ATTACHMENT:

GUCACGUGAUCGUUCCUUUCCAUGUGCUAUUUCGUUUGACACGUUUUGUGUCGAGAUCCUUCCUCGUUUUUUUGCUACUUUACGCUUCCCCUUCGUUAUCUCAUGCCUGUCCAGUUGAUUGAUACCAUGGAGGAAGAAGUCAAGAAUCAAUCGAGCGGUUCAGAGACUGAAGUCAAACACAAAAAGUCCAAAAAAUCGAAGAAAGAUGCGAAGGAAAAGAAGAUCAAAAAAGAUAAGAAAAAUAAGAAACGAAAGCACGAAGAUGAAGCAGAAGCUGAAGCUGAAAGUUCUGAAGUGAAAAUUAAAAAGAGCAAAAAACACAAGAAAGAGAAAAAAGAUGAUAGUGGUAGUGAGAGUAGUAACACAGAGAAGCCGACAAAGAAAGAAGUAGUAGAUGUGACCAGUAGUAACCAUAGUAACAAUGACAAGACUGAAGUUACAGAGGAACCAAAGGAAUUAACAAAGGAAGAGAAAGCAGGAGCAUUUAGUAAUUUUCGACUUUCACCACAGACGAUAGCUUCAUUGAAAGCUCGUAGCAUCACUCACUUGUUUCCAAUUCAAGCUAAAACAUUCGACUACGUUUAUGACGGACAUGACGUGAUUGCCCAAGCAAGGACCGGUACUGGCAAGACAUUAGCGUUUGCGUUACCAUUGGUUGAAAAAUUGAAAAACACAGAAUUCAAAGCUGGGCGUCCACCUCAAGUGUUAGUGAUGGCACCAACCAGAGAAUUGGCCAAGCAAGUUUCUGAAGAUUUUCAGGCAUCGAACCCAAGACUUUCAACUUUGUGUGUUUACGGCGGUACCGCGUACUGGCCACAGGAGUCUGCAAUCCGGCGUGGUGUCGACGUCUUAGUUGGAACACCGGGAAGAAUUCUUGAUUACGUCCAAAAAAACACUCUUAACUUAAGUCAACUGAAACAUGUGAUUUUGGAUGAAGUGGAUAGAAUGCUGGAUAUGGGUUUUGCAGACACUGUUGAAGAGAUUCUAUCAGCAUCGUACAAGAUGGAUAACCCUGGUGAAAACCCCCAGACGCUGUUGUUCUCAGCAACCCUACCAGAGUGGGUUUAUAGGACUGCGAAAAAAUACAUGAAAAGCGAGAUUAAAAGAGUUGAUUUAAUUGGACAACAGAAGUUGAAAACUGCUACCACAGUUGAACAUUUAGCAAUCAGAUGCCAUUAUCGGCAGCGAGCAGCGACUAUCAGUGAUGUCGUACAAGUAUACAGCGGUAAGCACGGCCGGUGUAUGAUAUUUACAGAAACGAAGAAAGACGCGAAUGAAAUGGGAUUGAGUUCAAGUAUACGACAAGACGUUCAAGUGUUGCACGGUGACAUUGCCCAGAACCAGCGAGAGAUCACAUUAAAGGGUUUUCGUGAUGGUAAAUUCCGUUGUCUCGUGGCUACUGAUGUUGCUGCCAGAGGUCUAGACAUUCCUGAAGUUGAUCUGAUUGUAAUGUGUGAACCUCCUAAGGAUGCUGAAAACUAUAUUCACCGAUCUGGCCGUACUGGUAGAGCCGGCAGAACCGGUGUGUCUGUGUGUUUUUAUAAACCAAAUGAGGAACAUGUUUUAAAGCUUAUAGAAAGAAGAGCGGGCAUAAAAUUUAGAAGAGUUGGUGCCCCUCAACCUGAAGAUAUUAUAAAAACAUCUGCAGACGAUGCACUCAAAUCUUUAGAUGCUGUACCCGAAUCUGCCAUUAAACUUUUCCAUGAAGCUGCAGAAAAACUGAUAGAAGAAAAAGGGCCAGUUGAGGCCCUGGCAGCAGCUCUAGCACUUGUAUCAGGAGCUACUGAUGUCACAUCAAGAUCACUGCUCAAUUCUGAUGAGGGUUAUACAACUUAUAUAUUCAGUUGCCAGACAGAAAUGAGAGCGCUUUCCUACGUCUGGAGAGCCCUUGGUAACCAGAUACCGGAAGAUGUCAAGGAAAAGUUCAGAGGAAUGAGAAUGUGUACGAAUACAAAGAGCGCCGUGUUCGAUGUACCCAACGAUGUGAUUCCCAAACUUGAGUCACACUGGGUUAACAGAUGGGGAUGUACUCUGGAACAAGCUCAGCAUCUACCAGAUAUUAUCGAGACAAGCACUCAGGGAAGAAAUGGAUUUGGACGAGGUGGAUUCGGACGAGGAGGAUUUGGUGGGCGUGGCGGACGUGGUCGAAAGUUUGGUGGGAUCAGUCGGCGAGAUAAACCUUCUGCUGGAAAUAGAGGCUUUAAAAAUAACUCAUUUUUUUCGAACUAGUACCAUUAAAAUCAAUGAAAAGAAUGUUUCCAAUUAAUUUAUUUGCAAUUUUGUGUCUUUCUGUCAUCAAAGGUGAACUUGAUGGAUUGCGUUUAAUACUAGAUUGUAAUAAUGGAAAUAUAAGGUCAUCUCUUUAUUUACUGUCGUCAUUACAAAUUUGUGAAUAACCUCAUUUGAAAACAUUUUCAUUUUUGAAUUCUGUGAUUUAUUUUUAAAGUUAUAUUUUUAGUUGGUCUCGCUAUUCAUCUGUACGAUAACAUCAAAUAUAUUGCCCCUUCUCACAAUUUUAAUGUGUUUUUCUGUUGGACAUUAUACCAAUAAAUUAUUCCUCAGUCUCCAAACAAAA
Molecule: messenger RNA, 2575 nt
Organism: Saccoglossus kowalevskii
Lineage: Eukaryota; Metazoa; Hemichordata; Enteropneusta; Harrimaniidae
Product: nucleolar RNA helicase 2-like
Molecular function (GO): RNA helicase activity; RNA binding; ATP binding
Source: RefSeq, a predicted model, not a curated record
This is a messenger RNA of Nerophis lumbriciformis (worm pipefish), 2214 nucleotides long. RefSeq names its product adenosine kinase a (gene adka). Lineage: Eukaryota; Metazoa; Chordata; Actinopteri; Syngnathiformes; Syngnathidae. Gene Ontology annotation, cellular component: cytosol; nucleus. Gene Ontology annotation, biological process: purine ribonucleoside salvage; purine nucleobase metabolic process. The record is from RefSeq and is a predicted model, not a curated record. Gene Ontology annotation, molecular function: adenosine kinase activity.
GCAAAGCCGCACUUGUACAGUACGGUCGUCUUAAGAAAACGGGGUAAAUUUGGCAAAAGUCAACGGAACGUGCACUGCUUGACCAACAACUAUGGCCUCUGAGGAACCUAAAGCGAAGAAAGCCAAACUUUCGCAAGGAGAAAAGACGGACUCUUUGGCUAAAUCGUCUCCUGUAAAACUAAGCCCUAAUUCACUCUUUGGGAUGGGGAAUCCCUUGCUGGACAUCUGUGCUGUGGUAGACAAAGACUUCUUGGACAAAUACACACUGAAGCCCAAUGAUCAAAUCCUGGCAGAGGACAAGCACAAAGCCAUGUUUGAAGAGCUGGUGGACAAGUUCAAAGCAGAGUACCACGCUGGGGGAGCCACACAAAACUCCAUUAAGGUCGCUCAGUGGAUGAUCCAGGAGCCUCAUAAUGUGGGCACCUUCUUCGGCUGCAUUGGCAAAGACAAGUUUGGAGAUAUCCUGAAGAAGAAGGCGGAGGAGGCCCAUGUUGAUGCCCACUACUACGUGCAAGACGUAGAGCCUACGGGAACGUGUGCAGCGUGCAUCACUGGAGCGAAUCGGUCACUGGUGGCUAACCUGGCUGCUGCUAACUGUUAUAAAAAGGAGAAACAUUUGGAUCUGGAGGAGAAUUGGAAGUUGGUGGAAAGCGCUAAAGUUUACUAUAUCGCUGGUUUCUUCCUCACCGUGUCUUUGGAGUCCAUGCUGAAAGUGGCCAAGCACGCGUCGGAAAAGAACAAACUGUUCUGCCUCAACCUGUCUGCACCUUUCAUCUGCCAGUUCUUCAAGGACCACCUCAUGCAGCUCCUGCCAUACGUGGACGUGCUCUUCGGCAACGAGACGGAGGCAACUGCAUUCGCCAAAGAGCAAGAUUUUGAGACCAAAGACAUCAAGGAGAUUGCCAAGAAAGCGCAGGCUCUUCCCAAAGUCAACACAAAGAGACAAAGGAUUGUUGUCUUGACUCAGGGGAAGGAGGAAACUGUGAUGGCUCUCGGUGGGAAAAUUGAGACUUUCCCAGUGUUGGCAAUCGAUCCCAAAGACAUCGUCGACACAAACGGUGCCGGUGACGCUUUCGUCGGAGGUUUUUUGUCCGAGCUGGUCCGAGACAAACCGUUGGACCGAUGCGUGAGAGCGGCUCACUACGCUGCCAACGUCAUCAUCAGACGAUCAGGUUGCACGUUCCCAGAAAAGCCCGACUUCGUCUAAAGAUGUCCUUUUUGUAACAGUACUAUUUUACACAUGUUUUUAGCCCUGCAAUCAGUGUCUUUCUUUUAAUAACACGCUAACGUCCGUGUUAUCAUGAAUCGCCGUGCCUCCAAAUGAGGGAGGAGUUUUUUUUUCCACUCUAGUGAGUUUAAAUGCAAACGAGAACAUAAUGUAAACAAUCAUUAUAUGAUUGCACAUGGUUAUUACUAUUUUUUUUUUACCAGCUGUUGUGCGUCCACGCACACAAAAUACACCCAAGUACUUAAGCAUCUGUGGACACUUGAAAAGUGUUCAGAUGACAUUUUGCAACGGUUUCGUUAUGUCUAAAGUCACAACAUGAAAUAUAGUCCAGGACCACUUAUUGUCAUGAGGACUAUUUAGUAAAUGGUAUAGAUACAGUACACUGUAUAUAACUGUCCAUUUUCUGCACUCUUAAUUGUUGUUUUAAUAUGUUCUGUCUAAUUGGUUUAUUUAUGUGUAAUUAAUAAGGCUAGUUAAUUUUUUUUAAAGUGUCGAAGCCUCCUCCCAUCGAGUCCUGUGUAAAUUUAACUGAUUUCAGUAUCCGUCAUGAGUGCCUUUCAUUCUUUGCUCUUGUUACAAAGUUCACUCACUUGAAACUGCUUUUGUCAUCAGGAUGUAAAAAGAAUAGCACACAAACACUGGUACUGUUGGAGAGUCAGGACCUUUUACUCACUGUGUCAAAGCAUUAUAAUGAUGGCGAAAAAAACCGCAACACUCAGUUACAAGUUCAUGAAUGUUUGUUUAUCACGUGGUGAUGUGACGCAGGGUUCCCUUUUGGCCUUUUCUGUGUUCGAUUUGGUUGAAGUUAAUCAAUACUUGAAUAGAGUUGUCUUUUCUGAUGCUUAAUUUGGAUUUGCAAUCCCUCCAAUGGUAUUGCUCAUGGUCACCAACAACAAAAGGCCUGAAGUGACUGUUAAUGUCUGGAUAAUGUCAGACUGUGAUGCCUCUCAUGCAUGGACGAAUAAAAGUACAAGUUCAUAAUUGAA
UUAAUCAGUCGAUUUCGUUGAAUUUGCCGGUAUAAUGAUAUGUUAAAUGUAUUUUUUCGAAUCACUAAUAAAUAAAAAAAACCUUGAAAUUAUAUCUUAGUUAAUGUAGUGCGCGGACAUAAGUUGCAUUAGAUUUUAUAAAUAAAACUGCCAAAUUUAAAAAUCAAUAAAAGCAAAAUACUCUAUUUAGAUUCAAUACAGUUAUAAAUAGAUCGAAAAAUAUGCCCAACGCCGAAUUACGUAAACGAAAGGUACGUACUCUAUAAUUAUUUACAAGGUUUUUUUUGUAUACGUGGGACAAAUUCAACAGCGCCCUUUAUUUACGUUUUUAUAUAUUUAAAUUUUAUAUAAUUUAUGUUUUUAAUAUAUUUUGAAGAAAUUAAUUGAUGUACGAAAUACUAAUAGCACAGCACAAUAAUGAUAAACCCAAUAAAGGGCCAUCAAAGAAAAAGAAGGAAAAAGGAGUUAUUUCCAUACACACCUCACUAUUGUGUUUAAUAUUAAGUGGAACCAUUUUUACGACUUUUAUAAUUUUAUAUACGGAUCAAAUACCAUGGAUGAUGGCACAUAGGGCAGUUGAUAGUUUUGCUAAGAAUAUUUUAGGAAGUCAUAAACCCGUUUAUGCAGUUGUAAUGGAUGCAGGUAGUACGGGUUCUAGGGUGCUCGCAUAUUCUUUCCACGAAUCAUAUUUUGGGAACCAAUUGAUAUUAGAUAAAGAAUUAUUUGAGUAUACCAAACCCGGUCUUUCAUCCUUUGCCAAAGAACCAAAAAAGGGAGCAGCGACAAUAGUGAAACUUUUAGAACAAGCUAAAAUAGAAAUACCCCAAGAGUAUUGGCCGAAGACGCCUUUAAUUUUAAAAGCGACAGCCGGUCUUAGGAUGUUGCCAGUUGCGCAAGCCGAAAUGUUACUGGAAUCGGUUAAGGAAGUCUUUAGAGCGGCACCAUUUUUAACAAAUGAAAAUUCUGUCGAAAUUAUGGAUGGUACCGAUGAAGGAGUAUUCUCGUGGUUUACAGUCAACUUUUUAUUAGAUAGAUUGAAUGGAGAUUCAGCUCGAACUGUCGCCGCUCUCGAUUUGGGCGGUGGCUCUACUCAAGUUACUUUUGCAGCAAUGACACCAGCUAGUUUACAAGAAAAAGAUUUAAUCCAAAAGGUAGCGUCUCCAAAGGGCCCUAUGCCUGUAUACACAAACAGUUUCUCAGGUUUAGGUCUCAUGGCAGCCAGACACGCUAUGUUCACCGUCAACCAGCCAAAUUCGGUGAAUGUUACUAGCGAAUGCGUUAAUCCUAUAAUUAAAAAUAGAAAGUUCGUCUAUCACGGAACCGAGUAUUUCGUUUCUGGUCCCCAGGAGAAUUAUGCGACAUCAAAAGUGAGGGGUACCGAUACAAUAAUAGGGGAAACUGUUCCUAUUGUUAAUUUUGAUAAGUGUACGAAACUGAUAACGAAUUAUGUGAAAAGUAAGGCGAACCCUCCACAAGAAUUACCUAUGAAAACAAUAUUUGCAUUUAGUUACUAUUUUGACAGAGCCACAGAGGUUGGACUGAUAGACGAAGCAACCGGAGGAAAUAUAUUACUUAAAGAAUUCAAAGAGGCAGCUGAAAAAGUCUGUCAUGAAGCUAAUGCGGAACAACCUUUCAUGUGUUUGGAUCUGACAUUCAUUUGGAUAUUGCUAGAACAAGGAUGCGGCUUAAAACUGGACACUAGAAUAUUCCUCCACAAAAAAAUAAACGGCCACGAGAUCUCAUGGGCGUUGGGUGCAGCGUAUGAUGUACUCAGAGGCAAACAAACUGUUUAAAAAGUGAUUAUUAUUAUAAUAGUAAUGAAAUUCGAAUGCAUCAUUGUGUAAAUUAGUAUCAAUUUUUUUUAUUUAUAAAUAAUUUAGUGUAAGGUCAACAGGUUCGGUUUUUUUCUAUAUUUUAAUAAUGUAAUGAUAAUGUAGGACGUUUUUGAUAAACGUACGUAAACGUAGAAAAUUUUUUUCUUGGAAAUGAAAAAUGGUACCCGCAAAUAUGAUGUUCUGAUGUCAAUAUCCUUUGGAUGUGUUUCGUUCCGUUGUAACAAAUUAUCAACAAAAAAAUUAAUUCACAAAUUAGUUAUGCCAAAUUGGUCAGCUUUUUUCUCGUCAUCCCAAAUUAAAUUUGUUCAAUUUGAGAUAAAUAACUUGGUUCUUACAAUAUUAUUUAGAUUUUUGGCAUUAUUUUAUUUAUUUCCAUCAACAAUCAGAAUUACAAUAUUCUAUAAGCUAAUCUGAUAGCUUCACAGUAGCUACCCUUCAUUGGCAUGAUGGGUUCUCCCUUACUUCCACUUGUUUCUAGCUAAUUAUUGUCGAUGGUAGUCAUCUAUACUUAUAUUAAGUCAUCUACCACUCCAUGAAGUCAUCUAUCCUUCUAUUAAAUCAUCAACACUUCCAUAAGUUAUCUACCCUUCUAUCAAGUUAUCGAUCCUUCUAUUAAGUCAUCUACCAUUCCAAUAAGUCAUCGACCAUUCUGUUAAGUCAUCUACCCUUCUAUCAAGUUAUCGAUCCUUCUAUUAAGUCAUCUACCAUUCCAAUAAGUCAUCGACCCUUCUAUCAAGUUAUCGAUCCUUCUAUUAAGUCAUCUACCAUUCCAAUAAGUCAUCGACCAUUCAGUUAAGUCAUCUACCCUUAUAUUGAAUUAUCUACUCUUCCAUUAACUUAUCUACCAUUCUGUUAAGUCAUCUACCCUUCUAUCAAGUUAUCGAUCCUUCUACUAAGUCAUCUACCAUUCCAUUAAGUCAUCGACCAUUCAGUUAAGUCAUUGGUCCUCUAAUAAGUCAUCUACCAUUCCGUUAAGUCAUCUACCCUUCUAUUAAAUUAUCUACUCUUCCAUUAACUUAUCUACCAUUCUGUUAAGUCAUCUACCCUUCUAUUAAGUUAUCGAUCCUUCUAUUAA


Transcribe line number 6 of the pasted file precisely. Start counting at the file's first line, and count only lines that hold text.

Molecular function (GO): RNA helicase activity; RNA binding; ATP binding